On September 9, 1967 at 2 o’clock in the afternoon, a girl stood before a boy in uniform, her face veiled in tulle. Her small frame was fitted with satin from bodice to floor, her neck and chin set confidently above a delicate, scalloped lace overlay with sleeves. The design is simple and timeless.
I can only imagine what they were thinking as their hands joined in front of a small audience of close friends and family, as heads bowed in prayer, before finally hearing the words:
I now pronounce you husband and wife.
The girl was my mother. The boy was my father.
When I look closely at the details in the wedding photos kept in the small, broken album – some of them cracked with age – I find myself longing to know two strangers who only seem familiar.
My late grandmother leans in to kiss the girl, whose face is set candidly in mid-sentence. What did they say to one another? The boy smiles at them, at ease, his face animated in happiness. Or is it amusement?
Their young hands clasp two glasses filled with punch. I see lemon and lime slices floating atop the ice in the bowl. Their hands join to cut into the lower tier of a two-tier cake. Their hands feed the cake to one another. They are the hands of a boy and a girl. Young hands.
The boy winks as he slips the garter from the girl’s left leg – she looks down upon him, smiling and bemused.
It was a time when ladies wore white gloves to a wedding, I notice. They threw rice instead of birdseed, I notice.
I look at the familiar strangers and I wonder what their voices sounded like that day. Would I recognize their voices? When they laughed in 1967, did it sound like their laugh today? What did they think tomorrow held?
And at the end of it all, the girl leans into the back seat of a car. She lifts the satin from the ground, steps in, the bouffant of her veil brushing the roof of the car. It’s the money shot. The best last shot of any wedding album I’ve ever seen. Her smile is broad and hopeful. Her eyes twinkle. This is her day. And it’s the first day of the rest of her life.
For most of us, there was a time when our mothers were the only ones who truly knew us. But there comes a day when another may know us better. One of many things I’ve realized over the sixteen years of my own marriage is that no one knows me like my husband knows me. No one knows him like I know him. There is something inherent to the day-in-day-out, side-by-side, cheek-to-cheek living – the struggles, the triumphs, the banality – that vines partners together in a way that is distinct from the parent-child relationship, and that’s as it should be. The goals and purpose of each relationship are unique, after all.
We just celebrated the momentous occasion of a boy and a girl’s 50th wedding anniversary this past weekend. Before the many friends and family arrived for the open house set to celebrate the occasion, I asked my parents: What is the secret to staying married for 50 years?
First, they both laughed and agreed that my mom was likely the secret, both playfully conceding that she’d put up with a lot over the years.
Give and take, they said.
I asked about their toughest challenge, what it was, and how they endured.
Prayer, they said.
I asked what they would tell someone getting married today – what advice they’d give.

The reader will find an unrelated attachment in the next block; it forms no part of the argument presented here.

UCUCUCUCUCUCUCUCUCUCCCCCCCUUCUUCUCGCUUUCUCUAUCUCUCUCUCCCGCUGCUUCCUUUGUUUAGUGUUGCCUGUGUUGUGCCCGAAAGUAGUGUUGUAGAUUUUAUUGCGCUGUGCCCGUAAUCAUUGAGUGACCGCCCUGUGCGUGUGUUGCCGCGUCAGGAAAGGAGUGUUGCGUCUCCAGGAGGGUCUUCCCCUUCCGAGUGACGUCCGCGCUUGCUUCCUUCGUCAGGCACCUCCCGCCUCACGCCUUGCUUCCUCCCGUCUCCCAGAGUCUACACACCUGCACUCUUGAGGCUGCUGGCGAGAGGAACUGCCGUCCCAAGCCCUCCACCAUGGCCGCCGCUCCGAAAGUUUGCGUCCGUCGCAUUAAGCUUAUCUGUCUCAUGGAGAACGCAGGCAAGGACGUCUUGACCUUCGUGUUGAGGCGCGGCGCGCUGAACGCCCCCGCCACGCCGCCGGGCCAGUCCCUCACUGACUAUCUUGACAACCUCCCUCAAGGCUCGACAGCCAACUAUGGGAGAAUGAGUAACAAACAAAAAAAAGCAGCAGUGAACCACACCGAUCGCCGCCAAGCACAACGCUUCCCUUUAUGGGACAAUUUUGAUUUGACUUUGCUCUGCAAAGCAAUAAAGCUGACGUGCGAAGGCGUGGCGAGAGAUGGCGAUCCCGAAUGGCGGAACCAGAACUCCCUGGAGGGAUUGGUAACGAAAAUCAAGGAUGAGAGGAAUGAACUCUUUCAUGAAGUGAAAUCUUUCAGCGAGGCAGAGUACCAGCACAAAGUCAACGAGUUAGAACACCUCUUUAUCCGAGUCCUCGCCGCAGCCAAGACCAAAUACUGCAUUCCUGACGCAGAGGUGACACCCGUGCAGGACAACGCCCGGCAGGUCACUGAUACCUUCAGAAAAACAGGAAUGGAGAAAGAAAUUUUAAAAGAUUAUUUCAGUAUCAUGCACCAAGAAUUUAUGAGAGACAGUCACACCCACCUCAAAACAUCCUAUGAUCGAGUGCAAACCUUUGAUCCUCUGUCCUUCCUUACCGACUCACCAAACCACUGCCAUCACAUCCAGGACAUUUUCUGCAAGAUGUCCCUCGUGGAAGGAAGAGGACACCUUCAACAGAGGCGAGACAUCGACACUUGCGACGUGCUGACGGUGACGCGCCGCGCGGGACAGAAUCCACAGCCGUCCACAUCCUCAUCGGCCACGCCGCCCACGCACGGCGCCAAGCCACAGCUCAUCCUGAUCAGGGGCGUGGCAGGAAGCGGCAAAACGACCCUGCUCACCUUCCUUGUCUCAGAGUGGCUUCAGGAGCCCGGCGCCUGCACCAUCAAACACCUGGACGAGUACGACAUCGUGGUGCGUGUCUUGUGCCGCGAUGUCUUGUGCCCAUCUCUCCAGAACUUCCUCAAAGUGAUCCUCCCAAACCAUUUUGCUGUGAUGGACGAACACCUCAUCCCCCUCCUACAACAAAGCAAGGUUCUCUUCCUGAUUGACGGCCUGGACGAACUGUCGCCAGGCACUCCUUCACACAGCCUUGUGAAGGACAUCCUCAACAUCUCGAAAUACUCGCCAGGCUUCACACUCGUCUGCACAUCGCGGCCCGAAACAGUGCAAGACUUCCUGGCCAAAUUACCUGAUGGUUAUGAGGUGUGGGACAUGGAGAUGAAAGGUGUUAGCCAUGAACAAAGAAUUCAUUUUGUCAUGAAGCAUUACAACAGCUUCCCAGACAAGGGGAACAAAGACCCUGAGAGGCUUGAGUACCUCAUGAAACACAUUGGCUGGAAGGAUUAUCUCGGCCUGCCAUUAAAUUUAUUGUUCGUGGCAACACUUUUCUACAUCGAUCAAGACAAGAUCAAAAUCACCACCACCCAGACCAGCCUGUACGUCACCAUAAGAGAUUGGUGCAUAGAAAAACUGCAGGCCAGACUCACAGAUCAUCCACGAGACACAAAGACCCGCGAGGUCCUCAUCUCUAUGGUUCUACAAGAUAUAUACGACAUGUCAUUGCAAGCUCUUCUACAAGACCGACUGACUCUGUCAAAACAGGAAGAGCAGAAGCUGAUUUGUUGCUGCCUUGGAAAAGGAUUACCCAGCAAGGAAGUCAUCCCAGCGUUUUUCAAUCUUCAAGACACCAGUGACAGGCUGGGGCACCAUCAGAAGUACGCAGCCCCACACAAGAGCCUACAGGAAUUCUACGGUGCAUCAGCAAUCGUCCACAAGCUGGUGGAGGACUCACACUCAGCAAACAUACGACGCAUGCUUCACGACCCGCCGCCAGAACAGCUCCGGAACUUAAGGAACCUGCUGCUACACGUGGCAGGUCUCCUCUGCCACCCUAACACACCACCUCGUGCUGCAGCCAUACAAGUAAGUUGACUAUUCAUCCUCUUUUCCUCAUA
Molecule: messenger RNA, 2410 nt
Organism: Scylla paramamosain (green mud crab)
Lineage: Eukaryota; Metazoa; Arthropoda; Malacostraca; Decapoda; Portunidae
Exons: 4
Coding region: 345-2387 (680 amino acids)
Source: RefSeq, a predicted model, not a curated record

There will be ups and downs, they said.
We talked about finances, being happy to have less, making the best of what you have.
I probed and received a few other bits, but the algorithm for marriage success was not going to be divulged, and if you know my parents, this isn’t surprising. They are kind, steadfast, simple people who aren’t loquacious. The secret to their marriage is buried deep within the day-in-day-out, side-by-side, cheek-to-cheek living – the struggles, the triumphs, the banality.
The secret is in the vines.
When two vines intertwine, there are only two options. They survive together, or they don’t.
The vines have spread, somehow weaving themselves, each without strangling the other. The vines survive together, sharing the sun and the rain, reinforcing each other during wind, eschewing and allocating resources in times of drought. The vines have entwined and proliferated across ground, over fences, into cracks, and up walls, planting new shoots along the way.
To know how the vines survived the long journey together would mean sorting out the tangles, leaf by leaf, to their origin – to examine inch by inch, the plump leaves, the holey leaves, the ones that have died and fallen from the vine, the areas of entanglement and areas of order, the sections of vine that are strong, and those that are thin and weak, and where they diverge and come back together.
But you can’t. When vines have been together for 50 years, the secret of how they survived becomes hidden in the garden they’ve covered, and the best you can hope for is to glean something from the surface visible today.
I realize, there isn’t a secret. The vines survive together or they don’t. Their survival is dependent upon a multitude of factors, some of which they reveal and others they don’t.
I will never be able to trace the vines back to a girl, lifting her satin gown as she steps into a car on her wedding day. I will never know her. I will never know the boy winking at the camera.
I will only know deep within my heart the profound gratitude and joy that God planted two vines one day – that they found each other – and grew magnificently. Tangles and all.